The Megapack offering could provide an even bigger boost if Tesla can convince utilities to opt for it instead of the more common natural gas peaker plants used today.

The so-called Megapack was specifically designed and engineered to be an easy-to-install utility-scale system. Each system comes fully assembled — that includes battery modules, bi-directional inverters, a thermal management system, an AC main breaker and controls —with up to 3 megawatt-hours of energy storage and 1.5 MW of inverter capacity.

The system includes software, developed by Tesla, to monitor, control and monetize the  installations, the company said in a blog post announcing Megapack.

All Megapacks connect to Powerhub, an advanced monitoring and control platform for large-scale utility projects and microgrids, and can also integrate with Autobidder, Tesla’s machine-learning platform for automated energy trading, the company said.

Megapack was inspired by Tesla’s Hornsdale project, which combined its 100 MW Powerpack system with Neoen’s wind farm near Jamestown in South Australia. The Tesla Powerpack system stored power generated by the wind farm and then delivered the electricity to the grid during peak hours. The facility saved nearly $40 million in its first year.

Today, the go-to option for utilities are natural gas “peaker” power plants. Peaker power plants are used when a local utility grid can’t provide enough power to meet peak demand, an occurrence that has become more common as temperatures and populations rise.

Tesla hopes to be the sustainable alternative. And in states like California, which have ambitious emissions targets, Tesla could gain some ground. Instead of using a natural gas peaker plant, utilities could use the Megapack to store excess solar or wind energy to support the grid’s peak loads.

 


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How Carl Pope helped drive a $500 million pledge to push the U.S. “Beyond Carbon” (Part 2)

22:53 | 18 July

Billionaire businessman and philanthropist Michael Bloomberg recently pledged to rapidly spend $500 million in a bid to push the U.S. “Beyond Carbon,” aiming to end this country’s use of coal and natural gas power in a generation or less.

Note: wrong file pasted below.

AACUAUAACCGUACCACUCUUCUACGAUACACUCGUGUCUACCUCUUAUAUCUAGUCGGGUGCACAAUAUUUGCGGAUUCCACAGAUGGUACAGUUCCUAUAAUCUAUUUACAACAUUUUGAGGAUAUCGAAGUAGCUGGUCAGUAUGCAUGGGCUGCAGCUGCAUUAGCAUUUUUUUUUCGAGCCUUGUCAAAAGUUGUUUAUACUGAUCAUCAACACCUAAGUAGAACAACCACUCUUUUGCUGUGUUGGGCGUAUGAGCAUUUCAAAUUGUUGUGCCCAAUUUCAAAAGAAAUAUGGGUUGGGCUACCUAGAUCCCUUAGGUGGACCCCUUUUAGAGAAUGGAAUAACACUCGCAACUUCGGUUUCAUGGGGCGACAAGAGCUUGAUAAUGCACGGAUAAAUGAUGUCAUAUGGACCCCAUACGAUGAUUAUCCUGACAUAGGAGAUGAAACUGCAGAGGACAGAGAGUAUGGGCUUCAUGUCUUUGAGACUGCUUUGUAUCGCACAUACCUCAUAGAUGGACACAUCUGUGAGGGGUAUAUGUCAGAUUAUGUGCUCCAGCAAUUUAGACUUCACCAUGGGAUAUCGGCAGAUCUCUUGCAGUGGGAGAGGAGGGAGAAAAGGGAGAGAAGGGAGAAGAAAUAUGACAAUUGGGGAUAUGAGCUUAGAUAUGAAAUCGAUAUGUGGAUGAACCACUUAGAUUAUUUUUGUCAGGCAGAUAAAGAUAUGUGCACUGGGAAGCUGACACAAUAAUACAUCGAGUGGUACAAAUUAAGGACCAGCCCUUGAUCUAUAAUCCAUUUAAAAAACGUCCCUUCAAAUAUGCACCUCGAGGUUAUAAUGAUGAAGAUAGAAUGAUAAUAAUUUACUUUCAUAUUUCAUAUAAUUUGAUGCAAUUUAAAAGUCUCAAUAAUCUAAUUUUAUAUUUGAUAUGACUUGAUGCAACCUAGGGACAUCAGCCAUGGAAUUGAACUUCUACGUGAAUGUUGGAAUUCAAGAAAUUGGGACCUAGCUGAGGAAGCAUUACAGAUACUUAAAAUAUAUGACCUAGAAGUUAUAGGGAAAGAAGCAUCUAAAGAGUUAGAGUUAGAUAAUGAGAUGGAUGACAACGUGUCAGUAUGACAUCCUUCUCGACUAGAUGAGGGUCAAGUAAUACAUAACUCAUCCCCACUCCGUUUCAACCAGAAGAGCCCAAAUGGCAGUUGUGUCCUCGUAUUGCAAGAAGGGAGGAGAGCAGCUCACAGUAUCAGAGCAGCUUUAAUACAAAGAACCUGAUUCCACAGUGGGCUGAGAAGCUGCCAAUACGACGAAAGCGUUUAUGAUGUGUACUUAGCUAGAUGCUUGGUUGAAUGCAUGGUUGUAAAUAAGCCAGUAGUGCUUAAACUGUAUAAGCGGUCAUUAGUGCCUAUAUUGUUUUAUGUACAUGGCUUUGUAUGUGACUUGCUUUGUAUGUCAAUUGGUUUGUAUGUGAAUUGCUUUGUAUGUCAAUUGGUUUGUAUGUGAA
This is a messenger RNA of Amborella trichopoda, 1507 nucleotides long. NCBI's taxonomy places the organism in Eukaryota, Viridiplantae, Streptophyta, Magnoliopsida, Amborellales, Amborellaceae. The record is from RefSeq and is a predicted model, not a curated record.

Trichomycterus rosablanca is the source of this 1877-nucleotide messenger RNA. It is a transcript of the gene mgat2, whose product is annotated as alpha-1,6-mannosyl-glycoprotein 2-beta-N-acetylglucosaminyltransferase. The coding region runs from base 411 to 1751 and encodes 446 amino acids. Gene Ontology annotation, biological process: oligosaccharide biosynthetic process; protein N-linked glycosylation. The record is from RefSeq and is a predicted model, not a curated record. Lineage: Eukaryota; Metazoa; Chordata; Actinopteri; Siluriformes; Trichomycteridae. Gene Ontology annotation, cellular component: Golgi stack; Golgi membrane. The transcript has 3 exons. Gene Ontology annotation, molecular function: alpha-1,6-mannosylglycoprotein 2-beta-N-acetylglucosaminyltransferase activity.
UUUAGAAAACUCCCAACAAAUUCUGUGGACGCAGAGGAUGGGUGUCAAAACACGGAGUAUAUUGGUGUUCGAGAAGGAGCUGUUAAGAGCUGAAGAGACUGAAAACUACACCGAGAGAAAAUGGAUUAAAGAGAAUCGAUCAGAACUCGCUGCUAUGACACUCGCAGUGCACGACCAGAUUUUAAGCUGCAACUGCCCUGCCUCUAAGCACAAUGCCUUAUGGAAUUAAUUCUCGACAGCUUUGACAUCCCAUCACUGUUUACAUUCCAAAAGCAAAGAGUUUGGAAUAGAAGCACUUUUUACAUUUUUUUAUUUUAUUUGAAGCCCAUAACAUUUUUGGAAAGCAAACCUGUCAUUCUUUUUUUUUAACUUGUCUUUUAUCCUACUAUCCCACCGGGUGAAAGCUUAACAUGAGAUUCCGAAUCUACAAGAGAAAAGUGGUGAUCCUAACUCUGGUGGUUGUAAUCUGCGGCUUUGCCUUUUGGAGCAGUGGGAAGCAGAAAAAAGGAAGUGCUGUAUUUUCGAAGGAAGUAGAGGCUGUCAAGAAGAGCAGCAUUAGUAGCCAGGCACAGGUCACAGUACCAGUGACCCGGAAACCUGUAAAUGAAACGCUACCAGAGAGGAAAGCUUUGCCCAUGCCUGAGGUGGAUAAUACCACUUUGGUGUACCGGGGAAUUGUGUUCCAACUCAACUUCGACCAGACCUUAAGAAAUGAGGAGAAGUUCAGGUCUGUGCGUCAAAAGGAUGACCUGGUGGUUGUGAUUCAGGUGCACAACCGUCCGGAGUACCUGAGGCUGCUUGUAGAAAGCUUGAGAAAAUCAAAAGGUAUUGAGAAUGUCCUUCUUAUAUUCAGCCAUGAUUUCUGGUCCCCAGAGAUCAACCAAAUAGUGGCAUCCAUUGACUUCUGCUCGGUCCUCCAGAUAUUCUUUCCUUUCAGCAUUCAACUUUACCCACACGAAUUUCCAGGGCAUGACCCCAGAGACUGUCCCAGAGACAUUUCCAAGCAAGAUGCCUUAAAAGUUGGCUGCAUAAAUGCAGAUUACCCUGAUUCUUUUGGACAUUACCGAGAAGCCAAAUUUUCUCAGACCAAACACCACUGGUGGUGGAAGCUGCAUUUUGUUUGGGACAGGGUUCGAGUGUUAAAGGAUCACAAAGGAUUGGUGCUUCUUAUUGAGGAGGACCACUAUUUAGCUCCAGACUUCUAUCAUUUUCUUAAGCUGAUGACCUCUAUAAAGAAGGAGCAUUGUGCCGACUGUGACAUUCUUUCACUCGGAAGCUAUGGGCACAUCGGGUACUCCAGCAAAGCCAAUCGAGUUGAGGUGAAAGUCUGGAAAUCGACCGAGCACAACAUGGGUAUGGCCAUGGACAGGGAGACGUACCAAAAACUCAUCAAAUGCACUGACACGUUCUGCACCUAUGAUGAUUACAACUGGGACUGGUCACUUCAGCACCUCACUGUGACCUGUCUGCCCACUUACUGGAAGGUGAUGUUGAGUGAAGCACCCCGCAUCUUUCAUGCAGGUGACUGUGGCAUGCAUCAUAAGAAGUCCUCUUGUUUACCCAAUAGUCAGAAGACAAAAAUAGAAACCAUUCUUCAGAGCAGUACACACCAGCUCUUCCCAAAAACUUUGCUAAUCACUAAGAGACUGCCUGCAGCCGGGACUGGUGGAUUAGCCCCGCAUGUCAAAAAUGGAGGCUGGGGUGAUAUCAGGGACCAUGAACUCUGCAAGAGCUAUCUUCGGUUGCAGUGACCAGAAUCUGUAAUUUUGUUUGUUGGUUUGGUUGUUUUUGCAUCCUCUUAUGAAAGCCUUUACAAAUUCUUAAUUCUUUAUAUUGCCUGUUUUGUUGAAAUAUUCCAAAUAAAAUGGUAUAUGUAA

In another recent piece, I featured an in-depth interview with Carl Pope, the veteran environmental leader who has essentially been the inspirational force behind Bloomberg’s evolution. The former New York City Mayor had never given a major gift to environmental causes as of a decade or so ago, until Pope “convinced” him to get involved.

Carl Mike Option 1

My previous piece was an attempt to understand the ethical vision influencing Bloomberg’s work, by looking at Pope’s personal story and the history of the environmental movement he has helped to shape. Below, Pope joins me again to look at the details of Bloomberg’s “Beyond Carbon” plan, including how he was able to persuade Bloomberg to take it on, and some areas of controversy that could arise as the $500 million is distributed.

Greg Epstein: You and Michael Bloomberg met around a decade ago or so, right?

Carl Pope: About 12 years ago, actually. 2007.

Epstein: Bloomberg had never given a major gift to an environmental group before he met you, and, as he writes in the book, you “convinced him” to get massively involved, to the tune now of many hundreds of millions of dollars. What do you think it is about you, the way that you approach things, or the work you do that made the two of you, in this relatively unlikely partnership, work so well?

Pope: We both like big ideas, and we both like to pursue them very pragmatically. We set very high expectations for what we want to get, and we’re willing to take necessarily small steps to get there. That’s one thing.

The second thing is, my original environmental frame was air pollution, [which] I worked on the first seven or eight years I was an environmentalist. Mike is a big public health advocate. So the fact that I was talking about saving people’s lives made a lot of sense to him.

Epstein: He talked about how you ‘showed him the numbers,’ back in 2011, on just how deadly coal actually is.

Pope: Yeah, that was the deal sealer.

Epstein: Interpersonally, what the interactions between you and him like?

Pope: We’re both public figures who are actually somewhat introspective, and so it works.

Epstein: I’ve read the “Beyond Carbon” plans as they’re presented by the Bloomberg organization. They do seem quite promising as far as broad, sweeping PR statements go.

But whether or not they will work is all in the details, right? You’re a detail-oriented person, as you just mentioned, so, what are some of the practical steps the plan calls for that you think deserve the most attention, beyond the headlines?

Pope: In A Climate of Hope, Mike and I articulated an approach to climate in which we gave our reasons for thinking that most climate leadership is going to come not from national governments but from businesses, cities, provinces, civic organizations, from the bottom up.

 


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Y Combinator-backed Project Wren is aiming to make carbon offsets more consumer friendly

22:09 | 7 July

When Landon Brand and Benjamin Stansfield graduated from the University of Southern California this year, they already had the plans for Project Wren, their service for selling carbon offsets to a new generation of conscious consumers.

Along with fellow co-founder Mimi Tran Zambetti (who’s still attending USC), Brand and Stansfield aim to make carbon offsets more accessible to people who may feel like there’s nothing they can do on a personal level to reduce their carbon footprint or support projects that reduce carbon emissions.